2013 Uttarakhand floods were considered one of the worst water-related disasters India has seen. Director Abhishek Kapoor has based his new film Kedarnath against this tragedy. However, Kedarnath the movie has less to do with how our country coped with this disaster, and more to do with a love story created purely for the audience to sit through the film. The movie is getting talked about for being Sara Ali Khan's debut, and if you are in to see how good she is, then you might not be disappointed. But if you wish that Kedarnath offers more pathos to the real-life tragedy, there is a lot to say on that. Kedarnath Movie Row: Uttarakhand Government Sets Up Panel to Examine Objections About Sushant Singh Rajput, Sara Ali Khan Starrer.
Kedarnath begins in May 2013, a month before the floods happened. We are introduced to Mansoor Khan (Sushant Singh Rajput), who works as a pithu, a local guide who ferries pilgrims to the Kedarnath temple. Mandakini aka Mukku (Sara Ali Khan), the spunky younger daughter of a Hindu priest (Nitish Bharadwaj) falls for this good-hearted lad, though she is already engaged to a greedy family friend. Soon, a tender romance develops between the two, even though Mansoor is cautious of the future of their relationship.
His fears come true when her family comes to know of their relationship and all hell breaks loose on them, literally and figuratively.
If the above plotline reminds you of the movie, Titanic, then I must add here that the semblance is not so coincidental. Watching the movie makes you feel like the writers (Abhishek Kapoor, Kanika Dhillon) saw the James Cameron blockbuster and spun a screenplay around it with a Hindu-Muslim twist. You can really draw a lot of parallels between both the films, from the onset of the star-crossed romance that leads into a real-life tragedy. They have even thrown in the 'steamy car' and 'the door holds one' moments, though not exactly in that direct sense. Sara Ali Khan’s Style File for Kedarnath Promotions Proves Simplicity Is the Ultimate Sophistication - View Pics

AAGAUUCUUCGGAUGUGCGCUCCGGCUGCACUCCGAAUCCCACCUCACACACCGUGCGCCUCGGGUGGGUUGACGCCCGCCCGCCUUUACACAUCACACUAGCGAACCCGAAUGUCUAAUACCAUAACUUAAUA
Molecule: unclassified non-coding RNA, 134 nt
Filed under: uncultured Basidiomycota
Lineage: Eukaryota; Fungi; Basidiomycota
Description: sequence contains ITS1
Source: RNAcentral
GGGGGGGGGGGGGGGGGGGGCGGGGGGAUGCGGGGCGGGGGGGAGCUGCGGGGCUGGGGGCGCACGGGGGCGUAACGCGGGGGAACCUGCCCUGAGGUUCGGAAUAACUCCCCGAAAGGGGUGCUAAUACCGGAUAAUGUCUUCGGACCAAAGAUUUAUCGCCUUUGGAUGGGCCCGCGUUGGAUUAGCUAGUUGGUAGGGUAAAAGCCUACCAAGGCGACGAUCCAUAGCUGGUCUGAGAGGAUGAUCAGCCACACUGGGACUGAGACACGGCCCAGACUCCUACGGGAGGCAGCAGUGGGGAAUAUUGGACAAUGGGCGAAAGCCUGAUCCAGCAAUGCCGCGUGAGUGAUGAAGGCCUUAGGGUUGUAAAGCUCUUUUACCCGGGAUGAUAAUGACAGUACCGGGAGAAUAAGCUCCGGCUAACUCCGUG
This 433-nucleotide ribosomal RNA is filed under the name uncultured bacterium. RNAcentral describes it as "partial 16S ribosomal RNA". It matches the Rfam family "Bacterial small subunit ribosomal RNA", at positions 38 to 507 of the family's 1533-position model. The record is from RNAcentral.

Though I am a sucker for love stories, my real interest in watching Kedarnath in how it depicts the floods. Though it comes towards the fag end of the movie, these scenes actually arrest your attention with some really decent VFX, and a couple of heart-stopping moments. There are some really spectacular shots like Mansoor rushing back to the town to save Mukku as the camera pans wide to show the impending doom. Or how the rushing water forms a Shesh-Nag like appearance over a temple.
However, by the end, if you really don't feel the impact of these scenes, is all because what happened before.
The love story.
Or to be specific, the fictional love story of two fictional characters whose script can be easily guessed by anyone who watched a couple of masala movies.
The romance in Kedarnath has its moments, thanks to the chemistry between the leads. There is a certain charm in this fresh pairing of Sara and Sushant, set against quaint, lovely locales of the snow-laden Uttarakhand. While we have seen this aspect in some of our recent movies, it is cool to see the girl take charge of the love story for a change. Interestingly, Abhishek Kapoor even makes them bond first through cricket. The sport was also a motif used earlier as a friendship bonding between the leads in his third film, Kai Po Che, which incidentally was Sushant's big screen debut.